Another bill has been filed for the 2019 legislative session that would allow law-enforcement officers to pull over motorists for texting or talking on hand-held cell phones while driving.
Rep. Jackie Toledo, R-Tampa, filed a measure (HB 107) on Monday that would prohibit drivers from talking on cell phones that are not hands-free devices and would make enforcement a “primary” offense.
Currently, texting while driving in Florida is illegal, but it is enforced as a “secondary” offense. That means motorists can only be cited if they are stopped for other infractions, such as running stop signs or speeding.
Under Toledo’s bill, police would be able to stop motorists for texting or talking on hand-held cell phones.
A Senate bill (SB 76) similar to Toledo’s new proposal has been filed by Sen. Wilton Simpson, R-Trilby, for the 2019 session, which starts in March.
Under the Toledo and Simpson bills, drivers would be able to communicate on hands-free devices.
Also, motorists would be allowed to use hand-held devices for such purposes as reporting emergencies, getting safety-related information or for navigation. Rep. Emily Slosberg, D-Boca Raton, also has filed a similar measure (HB 45) for the 2019 session.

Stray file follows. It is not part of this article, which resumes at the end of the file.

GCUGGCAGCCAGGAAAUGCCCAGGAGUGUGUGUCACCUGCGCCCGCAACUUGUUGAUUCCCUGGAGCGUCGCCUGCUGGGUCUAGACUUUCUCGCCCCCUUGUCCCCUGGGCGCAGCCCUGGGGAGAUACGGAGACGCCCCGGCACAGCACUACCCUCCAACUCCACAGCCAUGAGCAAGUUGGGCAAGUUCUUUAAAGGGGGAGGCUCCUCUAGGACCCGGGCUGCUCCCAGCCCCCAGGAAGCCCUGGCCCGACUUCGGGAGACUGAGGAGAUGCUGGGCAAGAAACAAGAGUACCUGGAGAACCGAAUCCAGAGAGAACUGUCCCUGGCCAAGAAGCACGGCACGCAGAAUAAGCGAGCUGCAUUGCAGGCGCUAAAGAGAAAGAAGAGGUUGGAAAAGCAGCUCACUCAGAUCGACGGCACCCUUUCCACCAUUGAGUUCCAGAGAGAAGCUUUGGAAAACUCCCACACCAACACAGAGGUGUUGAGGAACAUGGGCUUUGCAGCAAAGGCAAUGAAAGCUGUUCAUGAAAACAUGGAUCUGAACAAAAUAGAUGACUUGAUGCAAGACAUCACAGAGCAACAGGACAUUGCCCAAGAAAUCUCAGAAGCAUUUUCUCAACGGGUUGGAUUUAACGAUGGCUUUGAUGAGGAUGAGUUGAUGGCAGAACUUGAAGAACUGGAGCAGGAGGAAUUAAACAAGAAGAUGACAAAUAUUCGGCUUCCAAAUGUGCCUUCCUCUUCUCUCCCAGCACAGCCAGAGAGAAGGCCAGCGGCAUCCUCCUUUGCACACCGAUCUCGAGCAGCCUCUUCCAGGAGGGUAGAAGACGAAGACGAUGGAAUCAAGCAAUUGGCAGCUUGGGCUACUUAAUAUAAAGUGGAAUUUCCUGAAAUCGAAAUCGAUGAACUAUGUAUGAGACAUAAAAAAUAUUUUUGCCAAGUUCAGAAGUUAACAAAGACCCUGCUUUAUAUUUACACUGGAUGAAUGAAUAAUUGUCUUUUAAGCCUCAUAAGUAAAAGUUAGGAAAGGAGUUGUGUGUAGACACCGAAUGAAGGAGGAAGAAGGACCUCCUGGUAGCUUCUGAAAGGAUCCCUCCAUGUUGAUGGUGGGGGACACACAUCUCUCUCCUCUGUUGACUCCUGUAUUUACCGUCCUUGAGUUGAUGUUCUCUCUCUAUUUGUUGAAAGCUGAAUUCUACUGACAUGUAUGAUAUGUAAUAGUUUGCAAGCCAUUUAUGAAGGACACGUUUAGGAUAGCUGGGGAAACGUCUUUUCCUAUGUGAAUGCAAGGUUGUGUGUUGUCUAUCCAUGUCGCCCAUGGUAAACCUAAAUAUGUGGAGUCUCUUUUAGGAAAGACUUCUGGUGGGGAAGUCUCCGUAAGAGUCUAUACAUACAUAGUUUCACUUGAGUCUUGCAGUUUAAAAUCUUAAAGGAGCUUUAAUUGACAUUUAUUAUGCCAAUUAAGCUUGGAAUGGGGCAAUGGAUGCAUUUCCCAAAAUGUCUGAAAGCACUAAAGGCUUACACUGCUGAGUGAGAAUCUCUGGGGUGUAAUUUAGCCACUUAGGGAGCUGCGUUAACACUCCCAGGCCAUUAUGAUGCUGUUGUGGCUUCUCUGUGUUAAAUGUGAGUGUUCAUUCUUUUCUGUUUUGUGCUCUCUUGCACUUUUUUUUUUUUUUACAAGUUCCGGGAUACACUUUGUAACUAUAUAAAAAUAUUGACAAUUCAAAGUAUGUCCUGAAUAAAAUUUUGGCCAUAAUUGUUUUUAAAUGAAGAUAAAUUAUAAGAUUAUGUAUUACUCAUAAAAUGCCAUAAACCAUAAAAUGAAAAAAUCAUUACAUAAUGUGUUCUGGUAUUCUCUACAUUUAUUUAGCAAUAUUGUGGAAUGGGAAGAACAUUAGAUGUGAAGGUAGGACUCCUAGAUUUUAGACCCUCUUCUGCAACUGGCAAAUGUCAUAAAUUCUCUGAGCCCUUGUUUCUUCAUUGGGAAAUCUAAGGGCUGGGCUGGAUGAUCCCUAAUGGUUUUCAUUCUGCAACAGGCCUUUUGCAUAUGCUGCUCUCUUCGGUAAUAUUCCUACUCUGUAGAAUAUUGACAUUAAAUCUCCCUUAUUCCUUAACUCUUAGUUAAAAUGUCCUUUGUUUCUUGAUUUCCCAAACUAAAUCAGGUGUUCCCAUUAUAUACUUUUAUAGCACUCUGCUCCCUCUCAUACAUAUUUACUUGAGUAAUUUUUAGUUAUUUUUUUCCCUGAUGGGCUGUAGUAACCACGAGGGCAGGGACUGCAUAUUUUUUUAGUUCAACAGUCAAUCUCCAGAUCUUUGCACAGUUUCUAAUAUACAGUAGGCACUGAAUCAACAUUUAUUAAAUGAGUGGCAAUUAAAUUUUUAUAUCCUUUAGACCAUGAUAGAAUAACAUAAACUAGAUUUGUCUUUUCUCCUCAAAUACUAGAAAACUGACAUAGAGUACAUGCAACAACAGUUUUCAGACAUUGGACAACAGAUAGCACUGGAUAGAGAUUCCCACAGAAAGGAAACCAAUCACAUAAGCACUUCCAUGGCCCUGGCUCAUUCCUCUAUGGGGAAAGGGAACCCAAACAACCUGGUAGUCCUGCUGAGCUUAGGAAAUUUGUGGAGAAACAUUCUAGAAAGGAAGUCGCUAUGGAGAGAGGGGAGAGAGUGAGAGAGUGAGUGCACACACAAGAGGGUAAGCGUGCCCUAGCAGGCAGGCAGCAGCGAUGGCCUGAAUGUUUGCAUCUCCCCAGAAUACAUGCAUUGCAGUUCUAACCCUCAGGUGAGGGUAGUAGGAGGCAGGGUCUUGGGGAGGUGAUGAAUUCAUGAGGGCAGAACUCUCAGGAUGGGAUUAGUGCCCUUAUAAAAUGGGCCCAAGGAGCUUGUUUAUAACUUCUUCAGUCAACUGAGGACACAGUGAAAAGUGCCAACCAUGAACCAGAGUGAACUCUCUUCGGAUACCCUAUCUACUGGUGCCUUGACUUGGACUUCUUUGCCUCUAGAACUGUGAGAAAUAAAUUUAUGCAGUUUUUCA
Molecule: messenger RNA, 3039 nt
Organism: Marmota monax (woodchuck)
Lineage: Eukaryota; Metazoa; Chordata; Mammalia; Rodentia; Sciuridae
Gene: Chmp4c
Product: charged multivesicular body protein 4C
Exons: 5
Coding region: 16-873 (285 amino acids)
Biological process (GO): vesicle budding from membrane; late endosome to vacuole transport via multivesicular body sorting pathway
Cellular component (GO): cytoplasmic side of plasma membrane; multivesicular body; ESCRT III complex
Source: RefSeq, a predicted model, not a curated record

Driving safely on busy Tampa Bay roads can be challenging under ideal circumstances, but it is impossible to do when you’re distracted. Driving while texting, talking on the phone, eating, or reading has become disturbingly common. Engaging in these unsafe driving practices behind-the-wheel can lead to drivers causing serious, even fatal, auto accidents.
Distracted driving can be deadly. Many experts suggest that cell phone distractions are the single biggest reason that fatal accidents on US roads has increased over the past three years.
Victims of distracted driving accidents deserve compensation for the injuries they suffer. If you’re a Tampa Bay resident who has been hurt in a distracted driving crash, our Tampa Bay Auto Accident Attorneys at Whittel & Melton can help you get the compensation you deserve.